Breakthrough
Breakthrough was written for a placement opportunity. They wanted a driving Hip-Hop track talking about perseverance. It didn’t make the cut. Several weeks later, I got a request for the track to be used in a series called Hustle. I agreed.

Normally, I just write and not worry about placements. I then see what I have that might work when I get a request for songs, beats or a brief. If I have time (24-48 hours works) I’ll pen specifically for it. I was given 24 hours to do something in this case. i knocked it out in a day. It was fun. I revisited the track when I was assembling songs for this project. It felt right.

Numb (feat. Slim)
Reem (aka Slim) and I have worked on several project over the span of 14 years. Some of our biggest work was writing and performing “OA” for his group Euphon, and writing and performing “Big City”(more on that shortly). Both of those songs were featured in Universal Pictures Fast Five starring Vin Diesel. “Numb” came about during on of these writing and recording sessions. Again, out of conversation, the bars manifested themselves. There is no hook on this track, which was purposefully done. We noticed the changes in people, places and circumstances happening all around us. It was a venting track.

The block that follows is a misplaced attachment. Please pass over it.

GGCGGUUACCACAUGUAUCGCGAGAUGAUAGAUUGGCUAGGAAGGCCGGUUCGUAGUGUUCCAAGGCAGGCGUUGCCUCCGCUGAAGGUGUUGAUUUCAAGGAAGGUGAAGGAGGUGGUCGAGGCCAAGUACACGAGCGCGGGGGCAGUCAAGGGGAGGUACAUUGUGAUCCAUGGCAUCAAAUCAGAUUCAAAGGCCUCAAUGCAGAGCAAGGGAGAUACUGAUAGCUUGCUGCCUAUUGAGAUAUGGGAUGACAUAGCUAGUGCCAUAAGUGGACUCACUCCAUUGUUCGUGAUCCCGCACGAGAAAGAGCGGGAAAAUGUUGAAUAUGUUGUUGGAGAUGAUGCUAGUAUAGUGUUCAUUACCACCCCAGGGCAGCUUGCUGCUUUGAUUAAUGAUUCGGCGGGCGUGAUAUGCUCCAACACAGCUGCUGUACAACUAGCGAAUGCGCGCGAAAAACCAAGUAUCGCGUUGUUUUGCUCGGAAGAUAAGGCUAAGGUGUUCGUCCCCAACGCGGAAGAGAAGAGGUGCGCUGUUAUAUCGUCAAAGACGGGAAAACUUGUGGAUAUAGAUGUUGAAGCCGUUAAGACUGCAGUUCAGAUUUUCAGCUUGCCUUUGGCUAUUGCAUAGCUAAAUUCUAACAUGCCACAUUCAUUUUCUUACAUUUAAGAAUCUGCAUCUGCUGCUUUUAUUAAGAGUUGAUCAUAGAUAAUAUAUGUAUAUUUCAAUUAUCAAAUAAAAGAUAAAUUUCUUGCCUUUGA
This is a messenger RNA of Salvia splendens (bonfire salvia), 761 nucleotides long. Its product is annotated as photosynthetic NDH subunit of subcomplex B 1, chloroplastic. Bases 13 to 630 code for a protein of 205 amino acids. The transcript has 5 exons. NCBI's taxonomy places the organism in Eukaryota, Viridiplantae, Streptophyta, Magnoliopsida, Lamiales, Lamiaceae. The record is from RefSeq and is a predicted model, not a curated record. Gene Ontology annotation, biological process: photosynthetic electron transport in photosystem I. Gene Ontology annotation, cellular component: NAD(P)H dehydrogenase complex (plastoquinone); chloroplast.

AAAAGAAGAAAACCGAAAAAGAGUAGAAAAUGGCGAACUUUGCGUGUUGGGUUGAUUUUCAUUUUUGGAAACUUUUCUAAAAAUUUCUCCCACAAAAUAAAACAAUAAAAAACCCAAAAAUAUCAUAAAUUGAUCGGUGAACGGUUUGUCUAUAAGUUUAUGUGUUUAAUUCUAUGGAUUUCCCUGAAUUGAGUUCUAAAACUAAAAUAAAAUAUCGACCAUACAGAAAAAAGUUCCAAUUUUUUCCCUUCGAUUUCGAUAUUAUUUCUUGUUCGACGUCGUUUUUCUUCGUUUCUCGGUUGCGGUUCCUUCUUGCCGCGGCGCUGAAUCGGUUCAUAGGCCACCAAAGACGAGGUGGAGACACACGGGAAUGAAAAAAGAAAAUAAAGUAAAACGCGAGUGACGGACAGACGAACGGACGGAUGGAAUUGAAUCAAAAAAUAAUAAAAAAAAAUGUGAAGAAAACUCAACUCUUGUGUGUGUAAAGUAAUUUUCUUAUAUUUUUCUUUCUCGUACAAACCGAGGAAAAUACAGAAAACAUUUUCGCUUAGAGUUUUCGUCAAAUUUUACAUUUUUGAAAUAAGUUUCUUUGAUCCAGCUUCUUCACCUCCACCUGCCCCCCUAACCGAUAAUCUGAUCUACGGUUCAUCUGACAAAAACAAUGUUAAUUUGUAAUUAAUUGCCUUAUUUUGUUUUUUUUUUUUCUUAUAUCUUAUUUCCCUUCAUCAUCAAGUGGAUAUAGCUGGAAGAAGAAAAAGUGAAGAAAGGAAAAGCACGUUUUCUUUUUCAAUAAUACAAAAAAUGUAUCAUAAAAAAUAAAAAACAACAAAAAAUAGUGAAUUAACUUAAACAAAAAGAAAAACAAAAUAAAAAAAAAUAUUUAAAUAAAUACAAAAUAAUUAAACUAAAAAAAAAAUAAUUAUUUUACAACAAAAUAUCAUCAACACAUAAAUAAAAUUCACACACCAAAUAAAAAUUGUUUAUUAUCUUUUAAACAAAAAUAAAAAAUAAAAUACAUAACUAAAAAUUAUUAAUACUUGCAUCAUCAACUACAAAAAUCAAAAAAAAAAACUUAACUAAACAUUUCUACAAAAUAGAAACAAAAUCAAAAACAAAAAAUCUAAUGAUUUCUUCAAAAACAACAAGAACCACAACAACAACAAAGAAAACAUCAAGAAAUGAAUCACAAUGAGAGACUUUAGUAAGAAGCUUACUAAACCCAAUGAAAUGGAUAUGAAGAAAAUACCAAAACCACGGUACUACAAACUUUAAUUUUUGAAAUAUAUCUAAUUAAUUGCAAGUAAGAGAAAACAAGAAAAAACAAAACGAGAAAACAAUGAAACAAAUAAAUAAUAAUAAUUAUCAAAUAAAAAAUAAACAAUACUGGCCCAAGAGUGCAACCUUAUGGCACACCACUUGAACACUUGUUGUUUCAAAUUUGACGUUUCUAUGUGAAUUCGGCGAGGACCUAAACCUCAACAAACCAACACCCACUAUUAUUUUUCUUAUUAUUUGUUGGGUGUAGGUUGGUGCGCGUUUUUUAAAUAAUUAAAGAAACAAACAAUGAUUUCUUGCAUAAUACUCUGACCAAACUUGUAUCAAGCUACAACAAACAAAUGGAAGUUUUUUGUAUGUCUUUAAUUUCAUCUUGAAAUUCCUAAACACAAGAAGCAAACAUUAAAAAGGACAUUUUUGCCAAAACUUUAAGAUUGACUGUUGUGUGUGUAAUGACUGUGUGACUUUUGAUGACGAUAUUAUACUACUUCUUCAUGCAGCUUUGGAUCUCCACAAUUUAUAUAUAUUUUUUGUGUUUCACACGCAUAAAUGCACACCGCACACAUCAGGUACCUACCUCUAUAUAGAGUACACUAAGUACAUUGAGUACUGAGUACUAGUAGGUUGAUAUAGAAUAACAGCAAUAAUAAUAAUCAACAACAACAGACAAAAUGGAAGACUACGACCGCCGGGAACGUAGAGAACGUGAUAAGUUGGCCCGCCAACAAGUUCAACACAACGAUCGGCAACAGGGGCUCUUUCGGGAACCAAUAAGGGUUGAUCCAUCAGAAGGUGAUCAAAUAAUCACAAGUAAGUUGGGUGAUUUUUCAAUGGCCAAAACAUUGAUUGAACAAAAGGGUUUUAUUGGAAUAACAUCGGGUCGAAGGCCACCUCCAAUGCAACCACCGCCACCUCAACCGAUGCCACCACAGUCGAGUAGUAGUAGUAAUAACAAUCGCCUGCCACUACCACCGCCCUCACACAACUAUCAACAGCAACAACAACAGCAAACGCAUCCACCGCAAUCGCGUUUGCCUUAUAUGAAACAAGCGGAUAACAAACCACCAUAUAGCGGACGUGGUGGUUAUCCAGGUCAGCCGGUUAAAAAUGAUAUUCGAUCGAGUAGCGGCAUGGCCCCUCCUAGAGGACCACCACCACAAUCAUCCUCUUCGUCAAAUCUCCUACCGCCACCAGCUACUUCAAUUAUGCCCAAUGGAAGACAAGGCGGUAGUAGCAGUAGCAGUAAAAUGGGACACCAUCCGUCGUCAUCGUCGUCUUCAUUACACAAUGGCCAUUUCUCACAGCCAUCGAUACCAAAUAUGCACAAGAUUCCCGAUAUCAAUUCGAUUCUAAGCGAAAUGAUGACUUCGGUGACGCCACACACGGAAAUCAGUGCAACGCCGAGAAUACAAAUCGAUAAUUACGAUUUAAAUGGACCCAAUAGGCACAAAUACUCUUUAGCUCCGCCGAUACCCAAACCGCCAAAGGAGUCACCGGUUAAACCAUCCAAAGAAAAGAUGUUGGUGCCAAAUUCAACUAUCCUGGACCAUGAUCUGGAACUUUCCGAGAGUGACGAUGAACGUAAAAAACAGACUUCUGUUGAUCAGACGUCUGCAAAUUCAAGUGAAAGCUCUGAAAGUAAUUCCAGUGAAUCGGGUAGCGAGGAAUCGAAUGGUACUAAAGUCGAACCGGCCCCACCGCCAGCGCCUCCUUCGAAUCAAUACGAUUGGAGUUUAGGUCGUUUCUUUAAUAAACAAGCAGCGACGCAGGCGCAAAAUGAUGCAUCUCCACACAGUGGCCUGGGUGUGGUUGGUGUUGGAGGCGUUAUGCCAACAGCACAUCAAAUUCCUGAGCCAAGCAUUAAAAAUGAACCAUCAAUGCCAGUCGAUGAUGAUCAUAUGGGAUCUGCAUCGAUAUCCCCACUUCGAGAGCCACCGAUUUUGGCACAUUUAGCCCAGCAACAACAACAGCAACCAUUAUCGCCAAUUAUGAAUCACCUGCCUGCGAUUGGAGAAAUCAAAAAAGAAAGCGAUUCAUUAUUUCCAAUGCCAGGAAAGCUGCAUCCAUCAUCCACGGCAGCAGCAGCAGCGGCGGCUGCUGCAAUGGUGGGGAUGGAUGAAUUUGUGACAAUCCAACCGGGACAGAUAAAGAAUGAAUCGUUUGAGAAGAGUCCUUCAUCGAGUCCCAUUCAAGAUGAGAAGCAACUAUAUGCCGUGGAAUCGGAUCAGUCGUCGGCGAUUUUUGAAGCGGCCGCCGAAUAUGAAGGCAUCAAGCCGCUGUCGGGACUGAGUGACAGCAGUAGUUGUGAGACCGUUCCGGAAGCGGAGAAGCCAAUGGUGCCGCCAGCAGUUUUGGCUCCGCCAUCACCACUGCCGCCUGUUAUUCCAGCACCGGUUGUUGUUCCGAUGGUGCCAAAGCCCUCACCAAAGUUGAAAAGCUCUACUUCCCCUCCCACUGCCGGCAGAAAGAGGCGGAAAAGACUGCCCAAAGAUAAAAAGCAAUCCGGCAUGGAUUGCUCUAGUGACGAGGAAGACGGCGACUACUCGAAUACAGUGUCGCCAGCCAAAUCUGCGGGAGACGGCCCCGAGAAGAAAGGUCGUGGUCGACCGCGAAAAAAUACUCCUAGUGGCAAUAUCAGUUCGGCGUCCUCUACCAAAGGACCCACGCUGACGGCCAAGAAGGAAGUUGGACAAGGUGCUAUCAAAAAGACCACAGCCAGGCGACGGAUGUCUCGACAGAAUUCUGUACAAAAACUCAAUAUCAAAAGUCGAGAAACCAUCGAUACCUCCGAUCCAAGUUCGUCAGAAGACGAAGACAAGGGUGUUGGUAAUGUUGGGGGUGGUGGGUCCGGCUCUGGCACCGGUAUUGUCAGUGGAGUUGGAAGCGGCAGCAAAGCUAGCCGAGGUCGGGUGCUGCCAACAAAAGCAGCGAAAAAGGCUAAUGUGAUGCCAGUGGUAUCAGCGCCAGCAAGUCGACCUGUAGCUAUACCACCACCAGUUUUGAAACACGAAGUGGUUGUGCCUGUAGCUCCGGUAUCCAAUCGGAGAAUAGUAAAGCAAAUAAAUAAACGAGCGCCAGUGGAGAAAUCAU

As fate would have it, the track was featured in “Grown-ish”.

Big City (Remix) (feat. Slim)
I lost folks during 9/11. One in particular was crushing. My daughter’s godfather, an FDNY first responder. Rushed in without second-guessing to clear areas in the midst of the chaos and panic. He, like many others, never came back out or got back home.

I wrote the song thinking how things will move forward even if I chose not to. I could choose to stop or press on and see where this thing called life continues to take me. I had t find my motivation in a sea of indifference.

I remember pitching the track to Reem and he wrote to it. At the time, I guess we were all trying to make sense out of it all. The original version of the track sits on Fast Five. I revisited the track and remixed it with a string arrangement.

I live with the void. Never really healed from it. Just learned to accept what is. It would be a hard lesson that was prepping me for what was next.

Good Times
I got a chance to do some work with DJ Illside of Illside Entertainment. We cut this track for his Coming Straight From Da Realside mixtape series. It was a simple premise. She gave her all in a relationship and it wasn’t reciprocated. She moved on. This is where we meet her. A moody, atmospheric club track. I later got a chance to do a dancehall vibe remix to the track which was used in the movie One Bedroom.

Music is life. It is so therapeutic. Rough Draught, like so many other songs I’ve written and produced, represents parts of my spirit. Still breaking. Still building. Still strengthening. Still connecting. Still evolving. I am not perfect. I am in full acceptance of this fact. But if my value to the universe is for me to be on this journey to perfection through music, then I am at peace with this fact. Always.